Sunday, March 27, 2011

TEA IN ENGLAND (SPRING IN HISTORIC BATH PART 1)


A couple of weeks ago, I had the opportunity to visit England for 8 days. This was my first trip to the 'Sceptered Isle" and to say it was perhaps the most spectacular destination I’ve ever visited would be a vast understatement. For, as an unapologetic Anglophile, being there at least once in your lifetime is as necessary to existence as the water you drink or the air that you breathe. To take advantage of any trip there is a must, no matter how long or short the duration.

After spending a few exciting days in London, it was destination, Bath, where I was able to visit a wonderful tea room which is what this post will concentrate on. Of course, Bath is known for its Roman influence and exquisite Georgian architecture but it should also be noted that this city has many wonderful tearooms and specialty shops. It seems that I stumbled upon one at every turn. I only wish I had several more days to explore this breathtaking city and partake of each and every one. Hum…I’m thinking a tea room tour of Great Britain must be in the future works. Anyone care to join me?

The three most significant activities that were enjoyed by the privileged in Bath during the Regency era, in which it’s so well known, were dancing, gambling and tea. It is also said that if one spent any less than 6 weeks there, you would have certainly held no social significance whatsoever. To do so would have been considered bad form, indeed. After all, Bath, during Jane’s time was second only to London in prestige and fashion- ability, though that would change some years later when it would become much less chic.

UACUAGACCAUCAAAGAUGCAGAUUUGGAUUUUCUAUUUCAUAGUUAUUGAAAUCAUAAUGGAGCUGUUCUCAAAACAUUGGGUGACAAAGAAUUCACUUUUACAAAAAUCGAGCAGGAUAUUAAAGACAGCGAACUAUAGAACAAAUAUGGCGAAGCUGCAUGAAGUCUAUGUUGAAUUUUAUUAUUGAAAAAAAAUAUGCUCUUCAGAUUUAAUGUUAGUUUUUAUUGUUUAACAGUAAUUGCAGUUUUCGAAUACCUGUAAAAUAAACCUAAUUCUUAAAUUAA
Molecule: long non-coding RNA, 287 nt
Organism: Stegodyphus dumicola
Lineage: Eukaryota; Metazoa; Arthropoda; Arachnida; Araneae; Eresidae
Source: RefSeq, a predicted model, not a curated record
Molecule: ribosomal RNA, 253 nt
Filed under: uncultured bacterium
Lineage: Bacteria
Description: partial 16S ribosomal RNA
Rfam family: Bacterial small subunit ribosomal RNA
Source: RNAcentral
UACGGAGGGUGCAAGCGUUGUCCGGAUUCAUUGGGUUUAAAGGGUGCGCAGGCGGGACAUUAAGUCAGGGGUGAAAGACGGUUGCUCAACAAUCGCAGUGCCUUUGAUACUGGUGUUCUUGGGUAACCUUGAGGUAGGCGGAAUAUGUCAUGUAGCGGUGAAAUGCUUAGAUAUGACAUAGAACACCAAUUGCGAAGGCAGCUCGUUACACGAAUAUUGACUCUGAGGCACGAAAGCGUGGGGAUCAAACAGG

Upon first arriving and embarking on the adventure of navigating the maze of one way streets in the city, our first destination was the Jane Austen Centre. The centre offers a museum of period clothing and displays which have been designed to give a glimpse into what life would have been like during the Regency era. It also houses a nice gift shop with everything Jane-related.

The tour at the centre was very informative. It was filled with information about the Austen family especially in reference to the time they spent there. It is often said that Jane grew weary of Bath, but the guide at the centre seemed to feel that she did in fact have a fondness for the city, at least at certain times in her life. Of course, Jane devotees will be quick to point out that Bath was the setting of two of Austen’s beloved novels, Northanger Abbey and Persuasion, the former being my favorite of the two.